The photoinitiator package used for this series experiments made up of three components:

  • Free radical photoinitiator ——————— 12.5 parts
  • Substituted thioxanthone sensitizer————25 parts
  • Electron donor————————————62.5 parts

The photoinitiators chosen for this study were selected from the either the imidazole family (Hampford Research) or phosphine oxides (BASF). In all cases, the substituted thioxanthone co-initiator chosen was 2,4-Diethylthioxanthone (DETX), and the electron donor used was 2-Mercaptobenzoxazole (2 MBO).

Testing was performed using a series of 0.8-mil wet film drawdowns on 0.010-inch aluminum plates. The coated aluminum plates were irradiated using a Phoseon “Starfire Max” LED lamp at 395 nm wavelength. The line speed was maintained at 12 feet per minute throughout the experiment. After each pass, the panels were removed and the degree of surface cure evaluated per a set scale (Table 1).

The first formulation tested used EO-TMPTA (Ethoxylated TMPTA) as the main monomer. This material is commonly used in acrylic coating formulations due to its low toxicity and fast cure speed. Both the imidazole-based and phosphine oxide photoinitiator packages dissolved readily into the diluting monomer, and the resulting solution added to the TMPTA. The coating material was applied to an aluminum plate and cured under UV lamp (as detailed previously).

Both the imidazole-based, as well as the acyl-phosphine oxide system, showed little surface cure after the first pass and comparable results through four passes. After the fifth and final pass, the imidazole-initiated coating was completely cured while the PO coating still could be scratched (Figure 6).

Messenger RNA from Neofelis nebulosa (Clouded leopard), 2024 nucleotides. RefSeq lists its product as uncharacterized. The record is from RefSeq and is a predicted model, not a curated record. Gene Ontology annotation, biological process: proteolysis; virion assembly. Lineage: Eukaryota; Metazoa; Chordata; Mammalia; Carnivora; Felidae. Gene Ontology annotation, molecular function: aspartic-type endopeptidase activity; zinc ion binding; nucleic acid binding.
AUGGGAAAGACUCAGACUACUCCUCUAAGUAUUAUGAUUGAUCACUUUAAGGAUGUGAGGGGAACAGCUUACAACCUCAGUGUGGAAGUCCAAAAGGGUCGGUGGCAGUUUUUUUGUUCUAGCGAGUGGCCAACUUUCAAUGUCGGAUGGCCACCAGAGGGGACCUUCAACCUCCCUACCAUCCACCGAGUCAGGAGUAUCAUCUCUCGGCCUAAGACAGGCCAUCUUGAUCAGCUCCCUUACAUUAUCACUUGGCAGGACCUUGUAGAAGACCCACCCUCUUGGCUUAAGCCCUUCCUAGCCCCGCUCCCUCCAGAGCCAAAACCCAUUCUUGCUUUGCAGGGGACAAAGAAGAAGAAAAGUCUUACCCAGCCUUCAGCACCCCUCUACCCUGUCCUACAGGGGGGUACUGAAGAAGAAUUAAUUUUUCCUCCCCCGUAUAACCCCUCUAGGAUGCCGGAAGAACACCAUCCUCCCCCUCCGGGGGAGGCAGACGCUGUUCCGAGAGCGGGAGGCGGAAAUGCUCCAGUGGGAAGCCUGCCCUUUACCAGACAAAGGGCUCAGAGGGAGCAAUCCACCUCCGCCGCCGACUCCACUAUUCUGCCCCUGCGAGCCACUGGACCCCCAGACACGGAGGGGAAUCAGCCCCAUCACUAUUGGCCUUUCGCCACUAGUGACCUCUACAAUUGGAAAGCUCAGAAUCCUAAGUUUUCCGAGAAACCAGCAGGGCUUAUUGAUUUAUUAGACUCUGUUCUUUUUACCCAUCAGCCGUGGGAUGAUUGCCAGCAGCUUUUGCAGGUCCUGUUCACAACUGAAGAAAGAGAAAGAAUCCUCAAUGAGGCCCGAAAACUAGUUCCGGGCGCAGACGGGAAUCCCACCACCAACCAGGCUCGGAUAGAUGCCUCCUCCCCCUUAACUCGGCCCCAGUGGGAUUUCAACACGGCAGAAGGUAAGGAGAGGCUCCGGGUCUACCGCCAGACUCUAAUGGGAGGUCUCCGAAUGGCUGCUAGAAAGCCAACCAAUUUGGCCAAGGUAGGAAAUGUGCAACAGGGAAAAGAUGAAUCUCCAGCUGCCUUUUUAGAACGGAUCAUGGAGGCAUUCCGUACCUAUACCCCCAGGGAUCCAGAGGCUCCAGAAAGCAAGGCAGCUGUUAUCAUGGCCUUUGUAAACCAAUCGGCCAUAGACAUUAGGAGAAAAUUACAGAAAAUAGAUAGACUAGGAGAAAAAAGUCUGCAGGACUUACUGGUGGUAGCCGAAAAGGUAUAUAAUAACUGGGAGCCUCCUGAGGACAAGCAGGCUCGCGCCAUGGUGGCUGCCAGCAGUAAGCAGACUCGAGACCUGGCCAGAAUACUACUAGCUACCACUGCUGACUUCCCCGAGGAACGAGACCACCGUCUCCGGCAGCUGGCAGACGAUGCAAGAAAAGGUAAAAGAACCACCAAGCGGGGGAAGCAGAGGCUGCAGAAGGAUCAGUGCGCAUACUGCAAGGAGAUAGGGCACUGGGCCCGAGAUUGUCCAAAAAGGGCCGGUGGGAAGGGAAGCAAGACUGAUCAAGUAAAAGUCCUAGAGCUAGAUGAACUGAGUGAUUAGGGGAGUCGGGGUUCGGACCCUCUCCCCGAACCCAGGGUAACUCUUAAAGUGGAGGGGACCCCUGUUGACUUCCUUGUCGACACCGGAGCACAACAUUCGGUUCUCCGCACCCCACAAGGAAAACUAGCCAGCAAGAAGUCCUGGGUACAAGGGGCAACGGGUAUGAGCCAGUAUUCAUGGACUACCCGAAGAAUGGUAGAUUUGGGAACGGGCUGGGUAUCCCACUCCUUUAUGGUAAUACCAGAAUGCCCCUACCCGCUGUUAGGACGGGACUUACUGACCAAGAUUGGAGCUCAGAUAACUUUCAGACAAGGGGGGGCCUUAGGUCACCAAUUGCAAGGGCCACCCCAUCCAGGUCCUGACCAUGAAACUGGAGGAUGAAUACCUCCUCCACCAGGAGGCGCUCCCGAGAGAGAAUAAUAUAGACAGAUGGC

The same tests were performed, this time substituting Isobornyl acrylate for the main monomer. IBOA is commonly used for coatings due to its hardness and flexibility characteristics. It is somewhat less reactive than the TMPTA, which was demonstrated, as neither formulation achieved full cure even after five passes. The phosphine oxide-initiated system did show a slight advantage in surface cure after the second and fourth pass (Figure 7).

Sartomer’s CN-131B was the primary acrylate for the third and final series of surface cure tests. This particular aromatic monoacrylate oligomer also was chosen due to its high reactivity and fast cure speed. As expected, both photoinitiator technologies exhibited full surface cure after only one pass (Figure 8). While there were some slight differences in surface cure characteristics (the imidazole-based being slightly more cured), the two photoinitiator systems gave very similar performances.

Repeating this same series of tests substituting a traditional mercury lamp, all of the formulations tested demonstrated full cure by the second pass. This clearly illustrates the challenges associated with oxygen inhibition under LED lamps normally not seen with mercury lamps.

Photoinitiator effect on depth of cure

The relationship between surface cure and depth of cure is complex and not always completely understood. Normally, one would expect good surface cure to be an indication of complete through cure as well. While this is the case with conventional lamps, the opposite can occur with LED systems. Additionally, modifications that intuitively would help (i.e. higher photoinitiator concentration) actually can reduce the depth of cure. In the next series of tests, we evaluated how photoinitiators affect the depth of cure in both LED- and conventionally cured coatings.

To evaluate how photoinitiator selection and concentration affect through cure, we started with a standard coating formulation composed of equal parts CN-964, IBOA and CN-131B. Two photoinitiators were chosen from the acyl phosphine oxide class, as well as two from the imidazole family. For this series of tests, the photoinitiator concentration ranged from 0.5 percent to 2 percent by weight. As before, 2-Mercaptobenzoxazole was added to all test solutions as an electron donor.